One of the largest challenges for outdoor surveillance is backhaul: How do you bring the video back to the central monitoring location? Without question, doing so consumes a large part of any outdoor surveillance deployment’s capital and operational budget -- thousands per camera for backhaul is relatively common.
The two most common approaches are building your own wired or wireless networks. Wired access, if even possible across city streets, often requires huge up-front costs for trenching and conduits. Building your own wireless system, while often less expensive than wired, still has significant up-front costs. Additionally, wireless presents frequent reliability issues (especially if the system is poorly designed, installed or maintained) as well as notable operation and maintenance costs.
Cellular, wireless provided by telecommunication carriers, has only started to compete with the traditional two options above. First, 3G speeds became widely available but 5GB per month caps on bandwidth have limited its usability. Now, with the expansion of 4G, increased speeds, and 'unlimited' bandwidth, cellular becomes much more attractive for use in video surveillance deployments.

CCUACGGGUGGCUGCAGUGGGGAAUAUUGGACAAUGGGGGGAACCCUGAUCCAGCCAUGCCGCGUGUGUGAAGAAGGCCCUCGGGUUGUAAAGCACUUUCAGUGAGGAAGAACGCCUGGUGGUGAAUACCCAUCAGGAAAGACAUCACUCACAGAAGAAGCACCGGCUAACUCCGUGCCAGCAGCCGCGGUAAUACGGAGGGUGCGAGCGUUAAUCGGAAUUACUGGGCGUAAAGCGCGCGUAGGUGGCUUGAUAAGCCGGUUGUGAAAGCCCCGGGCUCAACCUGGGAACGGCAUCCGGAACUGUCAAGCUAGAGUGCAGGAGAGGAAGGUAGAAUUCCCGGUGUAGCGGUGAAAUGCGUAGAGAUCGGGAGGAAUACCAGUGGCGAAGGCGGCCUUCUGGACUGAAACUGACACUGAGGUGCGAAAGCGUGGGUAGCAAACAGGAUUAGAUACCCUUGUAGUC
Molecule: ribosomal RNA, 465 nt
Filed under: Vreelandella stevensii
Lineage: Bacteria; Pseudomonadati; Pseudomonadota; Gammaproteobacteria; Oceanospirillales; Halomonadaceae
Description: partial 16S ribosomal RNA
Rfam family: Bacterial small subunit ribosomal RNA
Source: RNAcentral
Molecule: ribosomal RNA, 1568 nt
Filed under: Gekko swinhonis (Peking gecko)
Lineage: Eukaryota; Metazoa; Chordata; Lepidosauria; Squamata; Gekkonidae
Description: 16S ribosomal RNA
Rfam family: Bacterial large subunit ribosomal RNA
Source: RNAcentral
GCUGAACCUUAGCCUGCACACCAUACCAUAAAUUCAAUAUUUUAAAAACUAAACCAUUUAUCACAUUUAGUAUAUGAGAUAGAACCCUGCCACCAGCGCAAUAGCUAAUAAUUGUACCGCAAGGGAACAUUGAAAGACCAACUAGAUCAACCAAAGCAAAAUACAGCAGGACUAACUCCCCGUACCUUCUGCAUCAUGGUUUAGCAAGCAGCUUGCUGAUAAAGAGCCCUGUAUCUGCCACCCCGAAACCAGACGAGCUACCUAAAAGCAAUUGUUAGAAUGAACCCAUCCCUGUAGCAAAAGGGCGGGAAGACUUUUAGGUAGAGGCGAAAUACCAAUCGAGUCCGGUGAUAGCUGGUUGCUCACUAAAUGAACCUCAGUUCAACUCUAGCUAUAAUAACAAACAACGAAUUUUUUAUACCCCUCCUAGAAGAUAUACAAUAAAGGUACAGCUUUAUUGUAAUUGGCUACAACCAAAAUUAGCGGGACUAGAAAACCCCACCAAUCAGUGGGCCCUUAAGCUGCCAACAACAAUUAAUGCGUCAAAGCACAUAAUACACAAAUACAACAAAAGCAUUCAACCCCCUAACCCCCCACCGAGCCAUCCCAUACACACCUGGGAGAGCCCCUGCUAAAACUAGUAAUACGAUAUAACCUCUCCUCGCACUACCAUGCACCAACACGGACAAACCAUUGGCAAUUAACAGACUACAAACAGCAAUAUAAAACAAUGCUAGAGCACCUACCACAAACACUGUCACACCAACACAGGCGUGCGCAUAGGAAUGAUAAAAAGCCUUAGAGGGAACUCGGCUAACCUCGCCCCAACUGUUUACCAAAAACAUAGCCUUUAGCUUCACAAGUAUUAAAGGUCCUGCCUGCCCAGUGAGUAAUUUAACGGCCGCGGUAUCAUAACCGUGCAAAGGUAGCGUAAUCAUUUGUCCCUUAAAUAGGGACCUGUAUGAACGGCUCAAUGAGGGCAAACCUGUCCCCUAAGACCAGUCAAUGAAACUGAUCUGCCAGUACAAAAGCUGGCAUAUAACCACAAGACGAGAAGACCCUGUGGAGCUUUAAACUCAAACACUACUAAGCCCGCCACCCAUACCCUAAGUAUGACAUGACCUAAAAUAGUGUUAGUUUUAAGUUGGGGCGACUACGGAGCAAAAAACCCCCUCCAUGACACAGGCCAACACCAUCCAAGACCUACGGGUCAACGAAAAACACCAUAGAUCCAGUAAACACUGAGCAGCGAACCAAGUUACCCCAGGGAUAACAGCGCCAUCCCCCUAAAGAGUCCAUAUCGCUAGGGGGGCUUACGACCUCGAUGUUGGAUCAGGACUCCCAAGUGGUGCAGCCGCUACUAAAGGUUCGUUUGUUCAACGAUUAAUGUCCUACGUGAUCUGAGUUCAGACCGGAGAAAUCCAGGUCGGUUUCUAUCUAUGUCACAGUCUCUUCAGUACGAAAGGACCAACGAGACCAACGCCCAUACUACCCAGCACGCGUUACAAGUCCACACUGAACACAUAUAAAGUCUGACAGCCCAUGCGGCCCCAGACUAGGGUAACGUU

A recent product from Moog Videolarm, called the Liberty Series, aims to simplify the use of cellular backhaul. Consisting of two models, the Liberty series are intended to be a solution for rapid deployment of surveillance cameras on 3G/4G networks. All that is required is 120V power and a USB 3G or 4G modem. We've embedded Videolarm's overview that does a good job on showing what the product is:
In this report, we share our findings from testing the Liberty Series. As a housing, the product is fairly straightforward. The key issues we found are the tradeoffs on price, feature sets and design constraints. Inside the PRO section, we dig into these elements.
Contrast to our test on Ubiquiti - an offering for low cost DIY wireless surveillance networks.
Microsoft has released one of the most amazing video analytics marketing videos ever. In it, they detect oil spills, track individual people giving...
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